• Results showed highly accurate models, which were developed for cows with a similar genetic heat tolerance (Model 1: n = 116, 456; R = 0.87; slope = 0.76) and for all cows (Model 2: n = 665, 836; R = 0.86; slope = 0.74).
  • Furthermore, an artificial intelligence (AI) system was proposed to increase or maintain a targeted level of milk quality by reducing heat stress that could be applied to a conventional dairy farm with minimal technology addition.

The Influence of Different Types of Outdoor Access on Dairy Cattle Behavior. Smid AC, Weary DM, von Keyserlingk MAG.Front Vet Sci. 2020 May 13;7:257.

  • Pasture access for dairy cows is highly valued both by cows and the public at large. When pasture access is not feasible, farmers can provide cows with alternative forms of outdoor access, such as an outdoor bedded pack, that may be easier to implement on some farms.
  • Researchers reviewed the literature on how lying, standing, walking, feeding, social, and estrus behaviors are influenced by pasture and other types of outdoor areas.
  • The review showed that pasture allows the expression of grazing and can facilitate the expression of lying, standing, walking, and estrus behaviors. In addition, pasture can decrease the number of negative social interactions between cows, likely because more space per cow is provided than what is normally available indoors.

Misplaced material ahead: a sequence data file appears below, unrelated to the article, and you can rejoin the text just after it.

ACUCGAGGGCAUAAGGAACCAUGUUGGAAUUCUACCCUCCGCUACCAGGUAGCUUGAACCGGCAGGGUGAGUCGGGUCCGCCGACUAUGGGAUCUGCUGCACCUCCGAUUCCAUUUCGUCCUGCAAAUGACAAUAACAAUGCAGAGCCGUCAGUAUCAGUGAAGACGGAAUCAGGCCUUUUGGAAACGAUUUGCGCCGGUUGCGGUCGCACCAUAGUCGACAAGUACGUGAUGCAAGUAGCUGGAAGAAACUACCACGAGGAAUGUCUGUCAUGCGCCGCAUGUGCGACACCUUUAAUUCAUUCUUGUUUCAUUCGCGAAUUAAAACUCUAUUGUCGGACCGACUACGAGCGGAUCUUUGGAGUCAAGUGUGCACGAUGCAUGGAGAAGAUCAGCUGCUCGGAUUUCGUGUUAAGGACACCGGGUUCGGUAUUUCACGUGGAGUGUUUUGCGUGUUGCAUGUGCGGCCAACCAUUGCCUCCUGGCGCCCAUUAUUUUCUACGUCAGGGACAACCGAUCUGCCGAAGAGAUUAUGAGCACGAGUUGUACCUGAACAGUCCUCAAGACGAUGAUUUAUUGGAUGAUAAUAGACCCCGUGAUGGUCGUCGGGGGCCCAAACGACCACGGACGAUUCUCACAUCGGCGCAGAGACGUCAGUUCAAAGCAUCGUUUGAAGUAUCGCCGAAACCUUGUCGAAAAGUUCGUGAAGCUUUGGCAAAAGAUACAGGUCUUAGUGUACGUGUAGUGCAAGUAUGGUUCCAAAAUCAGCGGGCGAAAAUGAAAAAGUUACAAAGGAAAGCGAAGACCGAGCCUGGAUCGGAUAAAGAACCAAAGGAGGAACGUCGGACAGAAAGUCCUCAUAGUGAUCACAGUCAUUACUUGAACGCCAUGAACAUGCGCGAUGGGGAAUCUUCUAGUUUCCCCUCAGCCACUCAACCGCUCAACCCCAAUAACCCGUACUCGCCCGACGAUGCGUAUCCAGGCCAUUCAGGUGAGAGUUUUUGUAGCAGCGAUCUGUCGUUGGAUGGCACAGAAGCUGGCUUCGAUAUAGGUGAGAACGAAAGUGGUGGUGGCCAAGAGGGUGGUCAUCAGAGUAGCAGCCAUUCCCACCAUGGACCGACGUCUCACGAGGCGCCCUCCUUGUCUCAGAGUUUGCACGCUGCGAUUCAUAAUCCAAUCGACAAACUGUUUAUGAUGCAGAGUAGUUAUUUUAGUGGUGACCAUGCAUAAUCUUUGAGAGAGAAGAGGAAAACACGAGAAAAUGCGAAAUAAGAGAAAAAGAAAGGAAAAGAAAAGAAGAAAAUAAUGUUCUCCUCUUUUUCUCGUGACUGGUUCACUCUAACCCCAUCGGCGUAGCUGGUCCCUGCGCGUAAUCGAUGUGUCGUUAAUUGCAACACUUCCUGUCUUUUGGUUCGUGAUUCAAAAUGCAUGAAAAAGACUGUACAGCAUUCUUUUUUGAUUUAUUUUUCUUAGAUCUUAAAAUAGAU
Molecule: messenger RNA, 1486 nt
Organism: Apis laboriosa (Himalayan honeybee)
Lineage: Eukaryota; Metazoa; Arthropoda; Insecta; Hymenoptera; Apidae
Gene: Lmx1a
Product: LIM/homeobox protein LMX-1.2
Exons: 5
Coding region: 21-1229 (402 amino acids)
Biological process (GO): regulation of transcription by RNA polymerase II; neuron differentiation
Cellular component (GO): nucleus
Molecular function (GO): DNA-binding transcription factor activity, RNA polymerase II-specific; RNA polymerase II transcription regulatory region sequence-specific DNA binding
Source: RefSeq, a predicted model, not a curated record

• The provision of soft flooring and an open space in outdoor bedded packs appears to provide some benefits for lying, standing, and walking behavior and may also have positive effects on social behavior, especially with larger space allowances.
  • The effects of an outdoor bedded pack on estrus behavior are less well-documented, but the provision of a standing surface that provides better footing than typically available indoors may promote estrus behavior.
  • Alternative outdoor areas assessed to date appear to be less attractive for cows than pasture, perhaps because these areas do not provide the opportunity to graze.
  • The motivation of dairy cows to access alternative outdoor areas should also be investigated. As cow preference for the outdoors depends on many factors, providing cows a choice may be of particular importance.